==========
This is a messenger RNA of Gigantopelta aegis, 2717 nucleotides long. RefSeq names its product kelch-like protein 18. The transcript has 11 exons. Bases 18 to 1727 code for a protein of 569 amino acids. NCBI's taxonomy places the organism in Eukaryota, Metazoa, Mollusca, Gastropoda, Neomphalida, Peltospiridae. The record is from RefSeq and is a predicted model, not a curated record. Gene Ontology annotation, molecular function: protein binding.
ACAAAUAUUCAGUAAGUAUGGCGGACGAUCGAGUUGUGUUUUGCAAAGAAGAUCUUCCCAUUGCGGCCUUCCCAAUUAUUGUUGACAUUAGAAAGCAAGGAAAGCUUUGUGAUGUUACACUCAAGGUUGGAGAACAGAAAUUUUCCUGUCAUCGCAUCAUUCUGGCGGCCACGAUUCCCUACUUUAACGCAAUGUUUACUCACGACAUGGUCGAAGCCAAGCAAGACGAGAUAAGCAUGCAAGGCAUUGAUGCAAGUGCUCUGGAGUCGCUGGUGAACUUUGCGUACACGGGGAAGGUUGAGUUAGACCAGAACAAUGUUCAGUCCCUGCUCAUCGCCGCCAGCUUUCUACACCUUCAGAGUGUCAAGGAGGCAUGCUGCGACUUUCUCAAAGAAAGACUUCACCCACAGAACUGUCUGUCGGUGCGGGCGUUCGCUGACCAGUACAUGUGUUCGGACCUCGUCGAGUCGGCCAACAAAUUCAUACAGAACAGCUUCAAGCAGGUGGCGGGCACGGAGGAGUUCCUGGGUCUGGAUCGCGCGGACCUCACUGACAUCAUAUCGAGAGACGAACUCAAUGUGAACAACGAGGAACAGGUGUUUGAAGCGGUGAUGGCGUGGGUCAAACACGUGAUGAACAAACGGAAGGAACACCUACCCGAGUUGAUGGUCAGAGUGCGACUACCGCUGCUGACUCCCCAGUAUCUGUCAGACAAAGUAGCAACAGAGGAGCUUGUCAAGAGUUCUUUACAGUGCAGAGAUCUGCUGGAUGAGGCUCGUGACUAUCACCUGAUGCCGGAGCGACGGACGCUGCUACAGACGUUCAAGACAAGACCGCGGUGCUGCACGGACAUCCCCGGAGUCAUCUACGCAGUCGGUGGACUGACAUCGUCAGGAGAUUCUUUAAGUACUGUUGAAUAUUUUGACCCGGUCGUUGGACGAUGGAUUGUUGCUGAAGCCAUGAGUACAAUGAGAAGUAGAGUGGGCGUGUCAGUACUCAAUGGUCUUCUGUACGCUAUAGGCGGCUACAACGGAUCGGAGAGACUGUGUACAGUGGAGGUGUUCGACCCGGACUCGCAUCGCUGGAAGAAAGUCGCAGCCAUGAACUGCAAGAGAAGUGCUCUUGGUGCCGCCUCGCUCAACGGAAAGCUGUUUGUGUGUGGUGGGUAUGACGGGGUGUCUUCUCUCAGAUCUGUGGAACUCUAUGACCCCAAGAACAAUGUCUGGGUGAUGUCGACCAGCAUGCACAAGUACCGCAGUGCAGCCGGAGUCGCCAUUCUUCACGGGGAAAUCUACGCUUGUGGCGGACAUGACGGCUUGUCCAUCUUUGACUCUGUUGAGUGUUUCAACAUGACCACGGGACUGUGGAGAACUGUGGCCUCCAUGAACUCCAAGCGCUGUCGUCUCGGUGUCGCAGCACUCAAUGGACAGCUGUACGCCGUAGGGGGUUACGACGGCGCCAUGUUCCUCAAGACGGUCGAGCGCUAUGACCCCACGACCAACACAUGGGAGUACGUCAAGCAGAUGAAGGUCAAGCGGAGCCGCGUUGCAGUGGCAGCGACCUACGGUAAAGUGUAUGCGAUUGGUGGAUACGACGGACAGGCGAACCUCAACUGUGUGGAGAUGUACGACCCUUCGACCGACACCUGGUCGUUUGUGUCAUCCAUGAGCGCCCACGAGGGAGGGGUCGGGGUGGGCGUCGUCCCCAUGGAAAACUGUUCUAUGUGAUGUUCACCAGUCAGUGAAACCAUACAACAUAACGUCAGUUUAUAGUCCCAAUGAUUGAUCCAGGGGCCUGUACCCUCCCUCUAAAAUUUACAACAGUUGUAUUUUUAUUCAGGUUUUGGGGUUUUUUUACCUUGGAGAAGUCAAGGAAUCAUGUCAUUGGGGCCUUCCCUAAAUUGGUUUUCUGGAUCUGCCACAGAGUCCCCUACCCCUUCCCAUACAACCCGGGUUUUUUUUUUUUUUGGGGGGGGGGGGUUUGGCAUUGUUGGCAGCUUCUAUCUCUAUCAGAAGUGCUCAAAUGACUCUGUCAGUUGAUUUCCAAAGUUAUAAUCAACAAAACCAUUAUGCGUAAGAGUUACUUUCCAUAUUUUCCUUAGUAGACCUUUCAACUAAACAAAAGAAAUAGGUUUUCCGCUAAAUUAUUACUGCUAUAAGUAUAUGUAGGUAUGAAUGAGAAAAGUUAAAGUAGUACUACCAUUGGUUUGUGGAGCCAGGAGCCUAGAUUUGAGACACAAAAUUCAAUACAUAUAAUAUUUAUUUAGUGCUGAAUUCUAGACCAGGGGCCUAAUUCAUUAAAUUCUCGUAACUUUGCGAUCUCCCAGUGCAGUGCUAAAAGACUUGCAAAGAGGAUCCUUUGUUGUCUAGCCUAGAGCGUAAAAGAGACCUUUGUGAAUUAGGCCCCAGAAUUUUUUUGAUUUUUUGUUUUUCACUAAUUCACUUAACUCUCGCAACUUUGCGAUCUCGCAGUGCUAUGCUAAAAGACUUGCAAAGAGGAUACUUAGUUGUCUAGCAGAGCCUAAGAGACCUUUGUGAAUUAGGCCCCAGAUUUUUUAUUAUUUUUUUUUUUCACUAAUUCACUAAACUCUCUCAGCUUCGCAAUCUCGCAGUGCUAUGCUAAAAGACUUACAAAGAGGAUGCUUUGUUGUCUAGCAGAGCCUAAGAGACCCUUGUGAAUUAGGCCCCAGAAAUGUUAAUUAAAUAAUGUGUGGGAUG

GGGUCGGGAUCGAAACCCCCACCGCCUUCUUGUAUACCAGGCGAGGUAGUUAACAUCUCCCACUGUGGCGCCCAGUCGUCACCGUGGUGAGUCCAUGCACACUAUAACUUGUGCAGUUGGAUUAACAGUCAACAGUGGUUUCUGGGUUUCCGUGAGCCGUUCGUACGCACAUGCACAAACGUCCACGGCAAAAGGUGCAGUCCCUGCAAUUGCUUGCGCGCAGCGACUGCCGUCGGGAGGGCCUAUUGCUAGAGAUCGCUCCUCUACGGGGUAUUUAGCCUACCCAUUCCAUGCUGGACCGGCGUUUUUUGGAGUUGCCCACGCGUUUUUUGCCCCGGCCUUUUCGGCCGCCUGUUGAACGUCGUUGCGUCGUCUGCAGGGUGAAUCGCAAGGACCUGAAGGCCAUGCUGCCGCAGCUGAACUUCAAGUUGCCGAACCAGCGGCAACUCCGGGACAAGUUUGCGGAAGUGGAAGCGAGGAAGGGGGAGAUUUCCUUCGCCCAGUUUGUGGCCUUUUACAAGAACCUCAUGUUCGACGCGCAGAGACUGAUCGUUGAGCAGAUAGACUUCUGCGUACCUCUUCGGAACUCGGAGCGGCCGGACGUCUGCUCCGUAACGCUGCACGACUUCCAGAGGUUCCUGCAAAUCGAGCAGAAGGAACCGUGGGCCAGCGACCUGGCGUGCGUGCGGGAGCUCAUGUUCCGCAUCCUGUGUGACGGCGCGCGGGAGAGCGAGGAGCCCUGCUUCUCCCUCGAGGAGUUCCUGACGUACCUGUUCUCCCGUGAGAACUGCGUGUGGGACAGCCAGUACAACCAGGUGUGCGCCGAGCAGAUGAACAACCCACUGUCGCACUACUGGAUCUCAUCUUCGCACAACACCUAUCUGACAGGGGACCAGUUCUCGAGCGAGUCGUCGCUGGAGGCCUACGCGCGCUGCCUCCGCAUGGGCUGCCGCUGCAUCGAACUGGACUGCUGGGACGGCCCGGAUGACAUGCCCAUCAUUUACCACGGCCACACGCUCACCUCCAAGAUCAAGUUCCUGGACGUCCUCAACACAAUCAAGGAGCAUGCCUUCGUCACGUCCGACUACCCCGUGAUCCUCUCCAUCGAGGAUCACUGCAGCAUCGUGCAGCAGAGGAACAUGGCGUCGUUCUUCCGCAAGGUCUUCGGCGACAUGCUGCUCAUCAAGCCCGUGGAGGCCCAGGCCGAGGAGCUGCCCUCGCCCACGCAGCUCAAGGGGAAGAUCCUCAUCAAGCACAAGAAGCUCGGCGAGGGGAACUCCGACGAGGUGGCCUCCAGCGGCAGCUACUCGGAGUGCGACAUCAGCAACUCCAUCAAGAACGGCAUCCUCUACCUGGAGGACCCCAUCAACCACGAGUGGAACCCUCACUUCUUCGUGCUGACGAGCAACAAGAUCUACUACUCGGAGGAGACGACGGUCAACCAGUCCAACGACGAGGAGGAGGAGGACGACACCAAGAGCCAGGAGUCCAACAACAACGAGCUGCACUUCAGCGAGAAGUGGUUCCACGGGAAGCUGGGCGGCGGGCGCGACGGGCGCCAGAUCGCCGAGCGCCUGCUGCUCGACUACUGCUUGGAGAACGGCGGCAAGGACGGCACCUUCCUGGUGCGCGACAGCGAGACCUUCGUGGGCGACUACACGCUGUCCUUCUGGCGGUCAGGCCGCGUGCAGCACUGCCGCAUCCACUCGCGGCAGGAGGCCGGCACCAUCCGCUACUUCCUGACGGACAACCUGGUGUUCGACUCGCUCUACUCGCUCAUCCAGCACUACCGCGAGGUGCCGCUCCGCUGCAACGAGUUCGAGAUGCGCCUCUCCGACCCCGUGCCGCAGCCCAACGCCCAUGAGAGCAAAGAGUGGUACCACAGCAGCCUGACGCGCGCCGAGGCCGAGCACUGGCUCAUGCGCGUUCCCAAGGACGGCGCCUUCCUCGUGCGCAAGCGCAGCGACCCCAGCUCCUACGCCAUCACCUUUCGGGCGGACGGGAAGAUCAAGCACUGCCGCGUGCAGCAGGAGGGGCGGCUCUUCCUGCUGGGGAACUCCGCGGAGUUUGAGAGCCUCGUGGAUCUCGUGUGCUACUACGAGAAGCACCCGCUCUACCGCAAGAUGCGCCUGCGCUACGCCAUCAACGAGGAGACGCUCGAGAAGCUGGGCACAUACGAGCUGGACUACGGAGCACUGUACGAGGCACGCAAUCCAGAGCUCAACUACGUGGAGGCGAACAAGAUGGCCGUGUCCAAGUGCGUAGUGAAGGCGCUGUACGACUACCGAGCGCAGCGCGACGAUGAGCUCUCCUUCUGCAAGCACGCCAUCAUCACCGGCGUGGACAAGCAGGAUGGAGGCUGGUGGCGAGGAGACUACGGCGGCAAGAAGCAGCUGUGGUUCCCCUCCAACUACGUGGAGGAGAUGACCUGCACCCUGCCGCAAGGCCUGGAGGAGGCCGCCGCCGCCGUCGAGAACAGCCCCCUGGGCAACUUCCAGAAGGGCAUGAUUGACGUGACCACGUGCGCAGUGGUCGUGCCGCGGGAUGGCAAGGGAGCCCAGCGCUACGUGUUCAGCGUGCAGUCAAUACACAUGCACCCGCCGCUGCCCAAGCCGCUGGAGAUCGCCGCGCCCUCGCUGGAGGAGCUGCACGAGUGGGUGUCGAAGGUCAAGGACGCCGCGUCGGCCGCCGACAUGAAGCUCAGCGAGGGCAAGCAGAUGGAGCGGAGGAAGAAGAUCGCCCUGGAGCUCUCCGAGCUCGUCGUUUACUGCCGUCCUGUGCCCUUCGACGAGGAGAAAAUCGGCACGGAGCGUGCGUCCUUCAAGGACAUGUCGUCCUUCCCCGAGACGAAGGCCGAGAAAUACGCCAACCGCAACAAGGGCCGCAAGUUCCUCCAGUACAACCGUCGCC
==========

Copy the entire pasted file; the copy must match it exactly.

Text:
This is a messenger RNA of Gigantopelta aegis, 2717 nucleotides long. RefSeq names its product kelch-like protein 18. The transcript has 11 exons. Bases 18 to 1727 code for a protein of 569 amino acids. NCBI's taxonomy places the organism in Eukaryota, Metazoa, Mollusca, Gastropoda, Neomphalida, Peltospiridae. The record is from RefSeq and is a predicted model, not a curated record. Gene Ontology annotation, molecular function: protein binding.
ACAAAUAUUCAGUAAGUAUGGCGGACGAUCGAGUUGUGUUUUGCAAAGAAGAUCUUCCCAUUGCGGCCUUCCCAAUUAUUGUUGACAUUAGAAAGCAAGGAAAGCUUUGUGAUGUUACACUCAAGGUUGGAGAACAGAAAUUUUCCUGUCAUCGCAUCAUUCUGGCGGCCACGAUUCCCUACUUUAACGCAAUGUUUACUCACGACAUGGUCGAAGCCAAGCAAGACGAGAUAAGCAUGCAAGGCAUUGAUGCAAGUGCUCUGGAGUCGCUGGUGAACUUUGCGUACACGGGGAAGGUUGAGUUAGACCAGAACAAUGUUCAGUCCCUGCUCAUCGCCGCCAGCUUUCUACACCUUCAGAGUGUCAAGGAGGCAUGCUGCGACUUUCUCAAAGAAAGACUUCACCCACAGAACUGUCUGUCGGUGCGGGCGUUCGCUGACCAGUACAUGUGUUCGGACCUCGUCGAGUCGGCCAACAAAUUCAUACAGAACAGCUUCAAGCAGGUGGCGGGCACGGAGGAGUUCCUGGGUCUGGAUCGCGCGGACCUCACUGACAUCAUAUCGAGAGACGAACUCAAUGUGAACAACGAGGAACAGGUGUUUGAAGCGGUGAUGGCGUGGGUCAAACACGUGAUGAACAAACGGAAGGAACACCUACCCGAGUUGAUGGUCAGAGUGCGACUACCGCUGCUGACUCCCCAGUAUCUGUCAGACAAAGUAGCAACAGAGGAGCUUGUCAAGAGUUCUUUACAGUGCAGAGAUCUGCUGGAUGAGGCUCGUGACUAUCACCUGAUGCCGGAGCGACGGACGCUGCUACAGACGUUCAAGACAAGACCGCGGUGCUGCACGGACAUCCCCGGAGUCAUCUACGCAGUCGGUGGACUGACAUCGUCAGGAGAUUCUUUAAGUACUGUUGAAUAUUUUGACCCGGUCGUUGGACGAUGGAUUGUUGCUGAAGCCAUGAGUACAAUGAGAAGUAGAGUGGGCGUGUCAGUACUCAAUGGUCUUCUGUACGCUAUAGGCGGCUACAACGGAUCGGAGAGACUGUGUACAGUGGAGGUGUUCGACCCGGACUCGCAUCGCUGGAAGAAAGUCGCAGCCAUGAACUGCAAGAGAAGUGCUCUUGGUGCCGCCUCGCUCAACGGAAAGCUGUUUGUGUGUGGUGGGUAUGACGGGGUGUCUUCUCUCAGAUCUGUGGAACUCUAUGACCCCAAGAACAAUGUCUGGGUGAUGUCGACCAGCAUGCACAAGUACCGCAGUGCAGCCGGAGUCGCCAUUCUUCACGGGGAAAUCUACGCUUGUGGCGGACAUGACGGCUUGUCCAUCUUUGACUCUGUUGAGUGUUUCAACAUGACCACGGGACUGUGGAGAACUGUGGCCUCCAUGAACUCCAAGCGCUGUCGUCUCGGUGUCGCAGCACUCAAUGGACAGCUGUACGCCGUAGGGGGUUACGACGGCGCCAUGUUCCUCAAGACGGUCGAGCGCUAUGACCCCACGACCAACACAUGGGAGUACGUCAAGCAGAUGAAGGUCAAGCGGAGCCGCGUUGCAGUGGCAGCGACCUACGGUAAAGUGUAUGCGAUUGGUGGAUACGACGGACAGGCGAACCUCAACUGUGUGGAGAUGUACGACCCUUCGACCGACACCUGGUCGUUUGUGUCAUCCAUGAGCGCCCACGAGGGAGGGGUCGGGGUGGGCGUCGUCCCCAUGGAAAACUGUUCUAUGUGAUGUUCACCAGUCAGUGAAACCAUACAACAUAACGUCAGUUUAUAGUCCCAAUGAUUGAUCCAGGGGCCUGUACCCUCCCUCUAAAAUUUACAACAGUUGUAUUUUUAUUCAGGUUUUGGGGUUUUUUUACCUUGGAGAAGUCAAGGAAUCAUGUCAUUGGGGCCUUCCCUAAAUUGGUUUUCUGGAUCUGCCACAGAGUCCCCUACCCCUUCCCAUACAACCCGGGUUUUUUUUUUUUUUGGGGGGGGGGGGUUUGGCAUUGUUGGCAGCUUCUAUCUCUAUCAGAAGUGCUCAAAUGACUCUGUCAGUUGAUUUCCAAAGUUAUAAUCAACAAAACCAUUAUGCGUAAGAGUUACUUUCCAUAUUUUCCUUAGUAGACCUUUCAACUAAACAAAAGAAAUAGGUUUUCCGCUAAAUUAUUACUGCUAUAAGUAUAUGUAGGUAUGAAUGAGAAAAGUUAAAGUAGUACUACCAUUGGUUUGUGGAGCCAGGAGCCUAGAUUUGAGACACAAAAUUCAAUACAUAUAAUAUUUAUUUAGUGCUGAAUUCUAGACCAGGGGCCUAAUUCAUUAAAUUCUCGUAACUUUGCGAUCUCCCAGUGCAGUGCUAAAAGACUUGCAAAGAGGAUCCUUUGUUGUCUAGCCUAGAGCGUAAAAGAGACCUUUGUGAAUUAGGCCCCAGAAUUUUUUUGAUUUUUUGUUUUUCACUAAUUCACUUAACUCUCGCAACUUUGCGAUCUCGCAGUGCUAUGCUAAAAGACUUGCAAAGAGGAUACUUAGUUGUCUAGCAGAGCCUAAGAGACCUUUGUGAAUUAGGCCCCAGAUUUUUUAUUAUUUUUUUUUUUCACUAAUUCACUAAACUCUCUCAGCUUCGCAAUCUCGCAGUGCUAUGCUAAAAGACUUACAAAGAGGAUGCUUUGUUGUCUAGCAGAGCCUAAGAGACCCUUGUGAAUUAGGCCCCAGAAAUGUUAAUUAAAUAAUGUGUGGGAUG

GGGUCGGGAUCGAAACCCCCACCGCCUUCUUGUAUACCAGGCGAGGUAGUUAACAUCUCCCACUGUGGCGCCCAGUCGUCACCGUGGUGAGUCCAUGCACACUAUAACUUGUGCAGUUGGAUUAACAGUCAACAGUGGUUUCUGGGUUUCCGUGAGCCGUUCGUACGCACAUGCACAAACGUCCACGGCAAAAGGUGCAGUCCCUGCAAUUGCUUGCGCGCAGCGACUGCCGUCGGGAGGGCCUAUUGCUAGAGAUCGCUCCUCUACGGGGUAUUUAGCCUACCCAUUCCAUGCUGGACCGGCGUUUUUUGGAGUUGCCCACGCGUUUUUUGCCCCGGCCUUUUCGGCCGCCUGUUGAACGUCGUUGCGUCGUCUGCAGGGUGAAUCGCAAGGACCUGAAGGCCAUGCUGCCGCAGCUGAACUUCAAGUUGCCGAACCAGCGGCAACUCCGGGACAAGUUUGCGGAAGUGGAAGCGAGGAAGGGGGAGAUUUCCUUCGCCCAGUUUGUGGCCUUUUACAAGAACCUCAUGUUCGACGCGCAGAGACUGAUCGUUGAGCAGAUAGACUUCUGCGUACCUCUUCGGAACUCGGAGCGGCCGGACGUCUGCUCCGUAACGCUGCACGACUUCCAGAGGUUCCUGCAAAUCGAGCAGAAGGAACCGUGGGCCAGCGACCUGGCGUGCGUGCGGGAGCUCAUGUUCCGCAUCCUGUGUGACGGCGCGCGGGAGAGCGAGGAGCCCUGCUUCUCCCUCGAGGAGUUCCUGACGUACCUGUUCUCCCGUGAGAACUGCGUGUGGGACAGCCAGUACAACCAGGUGUGCGCCGAGCAGAUGAACAACCCACUGUCGCACUACUGGAUCUCAUCUUCGCACAACACCUAUCUGACAGGGGACCAGUUCUCGAGCGAGUCGUCGCUGGAGGCCUACGCGCGCUGCCUCCGCAUGGGCUGCCGCUGCAUCGAACUGGACUGCUGGGACGGCCCGGAUGACAUGCCCAUCAUUUACCACGGCCACACGCUCACCUCCAAGAUCAAGUUCCUGGACGUCCUCAACACAAUCAAGGAGCAUGCCUUCGUCACGUCCGACUACCCCGUGAUCCUCUCCAUCGAGGAUCACUGCAGCAUCGUGCAGCAGAGGAACAUGGCGUCGUUCUUCCGCAAGGUCUUCGGCGACAUGCUGCUCAUCAAGCCCGUGGAGGCCCAGGCCGAGGAGCUGCCCUCGCCCACGCAGCUCAAGGGGAAGAUCCUCAUCAAGCACAAGAAGCUCGGCGAGGGGAACUCCGACGAGGUGGCCUCCAGCGGCAGCUACUCGGAGUGCGACAUCAGCAACUCCAUCAAGAACGGCAUCCUCUACCUGGAGGACCCCAUCAACCACGAGUGGAACCCUCACUUCUUCGUGCUGACGAGCAACAAGAUCUACUACUCGGAGGAGACGACGGUCAACCAGUCCAACGACGAGGAGGAGGAGGACGACACCAAGAGCCAGGAGUCCAACAACAACGAGCUGCACUUCAGCGAGAAGUGGUUCCACGGGAAGCUGGGCGGCGGGCGCGACGGGCGCCAGAUCGCCGAGCGCCUGCUGCUCGACUACUGCUUGGAGAACGGCGGCAAGGACGGCACCUUCCUGGUGCGCGACAGCGAGACCUUCGUGGGCGACUACACGCUGUCCUUCUGGCGGUCAGGCCGCGUGCAGCACUGCCGCAUCCACUCGCGGCAGGAGGCCGGCACCAUCCGCUACUUCCUGACGGACAACCUGGUGUUCGACUCGCUCUACUCGCUCAUCCAGCACUACCGCGAGGUGCCGCUCCGCUGCAACGAGUUCGAGAUGCGCCUCUCCGACCCCGUGCCGCAGCCCAACGCCCAUGAGAGCAAAGAGUGGUACCACAGCAGCCUGACGCGCGCCGAGGCCGAGCACUGGCUCAUGCGCGUUCCCAAGGACGGCGCCUUCCUCGUGCGCAAGCGCAGCGACCCCAGCUCCUACGCCAUCACCUUUCGGGCGGACGGGAAGAUCAAGCACUGCCGCGUGCAGCAGGAGGGGCGGCUCUUCCUGCUGGGGAACUCCGCGGAGUUUGAGAGCCUCGUGGAUCUCGUGUGCUACUACGAGAAGCACCCGCUCUACCGCAAGAUGCGCCUGCGCUACGCCAUCAACGAGGAGACGCUCGAGAAGCUGGGCACAUACGAGCUGGACUACGGAGCACUGUACGAGGCACGCAAUCCAGAGCUCAACUACGUGGAGGCGAACAAGAUGGCCGUGUCCAAGUGCGUAGUGAAGGCGCUGUACGACUACCGAGCGCAGCGCGACGAUGAGCUCUCCUUCUGCAAGCACGCCAUCAUCACCGGCGUGGACAAGCAGGAUGGAGGCUGGUGGCGAGGAGACUACGGCGGCAAGAAGCAGCUGUGGUUCCCCUCCAACUACGUGGAGGAGAUGACCUGCACCCUGCCGCAAGGCCUGGAGGAGGCCGCCGCCGCCGUCGAGAACAGCCCCCUGGGCAACUUCCAGAAGGGCAUGAUUGACGUGACCACGUGCGCAGUGGUCGUGCCGCGGGAUGGCAAGGGAGCCCAGCGCUACGUGUUCAGCGUGCAGUCAAUACACAUGCACCCGCCGCUGCCCAAGCCGCUGGAGAUCGCCGCGCCCUCGCUGGAGGAGCUGCACGAGUGGGUGUCGAAGGUCAAGGACGCCGCGUCGGCCGCCGACAUGAAGCUCAGCGAGGGCAAGCAGAUGGAGCGGAGGAAGAAGAUCGCCCUGGAGCUCUCCGAGCUCGUCGUUUACUGCCGUCCUGUGCCCUUCGACGAGGAGAAAAUCGGCACGGAGCGUGCGUCCUUCAAGGACAUGUCGUCCUUCCCCGAGACGAAGGCCGAGAAAUACGCCAACCGCAACAAGGGCCGCAAGUUCCUCCAGUACAACCGUCGCC